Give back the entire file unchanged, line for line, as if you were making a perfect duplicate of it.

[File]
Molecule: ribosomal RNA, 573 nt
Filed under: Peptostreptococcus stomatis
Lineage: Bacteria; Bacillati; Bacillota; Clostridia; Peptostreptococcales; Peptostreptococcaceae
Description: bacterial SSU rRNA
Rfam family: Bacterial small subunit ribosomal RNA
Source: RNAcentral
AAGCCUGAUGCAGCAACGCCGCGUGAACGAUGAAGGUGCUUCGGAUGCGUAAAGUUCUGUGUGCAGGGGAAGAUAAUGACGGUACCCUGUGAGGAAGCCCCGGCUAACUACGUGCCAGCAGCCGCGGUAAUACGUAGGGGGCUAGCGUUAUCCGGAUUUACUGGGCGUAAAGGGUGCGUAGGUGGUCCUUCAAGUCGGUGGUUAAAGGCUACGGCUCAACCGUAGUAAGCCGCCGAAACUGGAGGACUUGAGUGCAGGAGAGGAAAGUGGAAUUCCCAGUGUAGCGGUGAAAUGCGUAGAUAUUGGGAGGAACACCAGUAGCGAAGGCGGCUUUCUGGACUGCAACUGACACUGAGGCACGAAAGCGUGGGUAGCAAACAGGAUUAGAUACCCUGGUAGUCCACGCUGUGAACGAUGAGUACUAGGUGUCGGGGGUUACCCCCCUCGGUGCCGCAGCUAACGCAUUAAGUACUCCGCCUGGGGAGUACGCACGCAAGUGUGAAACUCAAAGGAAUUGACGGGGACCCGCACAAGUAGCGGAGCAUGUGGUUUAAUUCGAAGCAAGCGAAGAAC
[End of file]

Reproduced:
Molecule: ribosomal RNA, 573 nt
Filed under: Peptostreptococcus stomatis
Lineage: Bacteria; Bacillati; Bacillota; Clostridia; Peptostreptococcales; Peptostreptococcaceae
Description: bacterial SSU rRNA
Rfam family: Bacterial small subunit ribosomal RNA
Source: RNAcentral
AAGCCUGAUGCAGCAACGCCGCGUGAACGAUGAAGGUGCUUCGGAUGCGUAAAGUUCUGUGUGCAGGGGAAGAUAAUGACGGUACCCUGUGAGGAAGCCCCGGCUAACUACGUGCCAGCAGCCGCGGUAAUACGUAGGGGGCUAGCGUUAUCCGGAUUUACUGGGCGUAAAGGGUGCGUAGGUGGUCCUUCAAGUCGGUGGUUAAAGGCUACGGCUCAACCGUAGUAAGCCGCCGAAACUGGAGGACUUGAGUGCAGGAGAGGAAAGUGGAAUUCCCAGUGUAGCGGUGAAAUGCGUAGAUAUUGGGAGGAACACCAGUAGCGAAGGCGGCUUUCUGGACUGCAACUGACACUGAGGCACGAAAGCGUGGGUAGCAAACAGGAUUAGAUACCCUGGUAGUCCACGCUGUGAACGAUGAGUACUAGGUGUCGGGGGUUACCCCCCUCGGUGCCGCAGCUAACGCAUUAAGUACUCCGCCUGGGGAGUACGCACGCAAGUGUGAAACUCAAAGGAAUUGACGGGGACCCGCACAAGUAGCGGAGCAUGUGGUUUAAUUCGAAGCAAGCGAAGAAC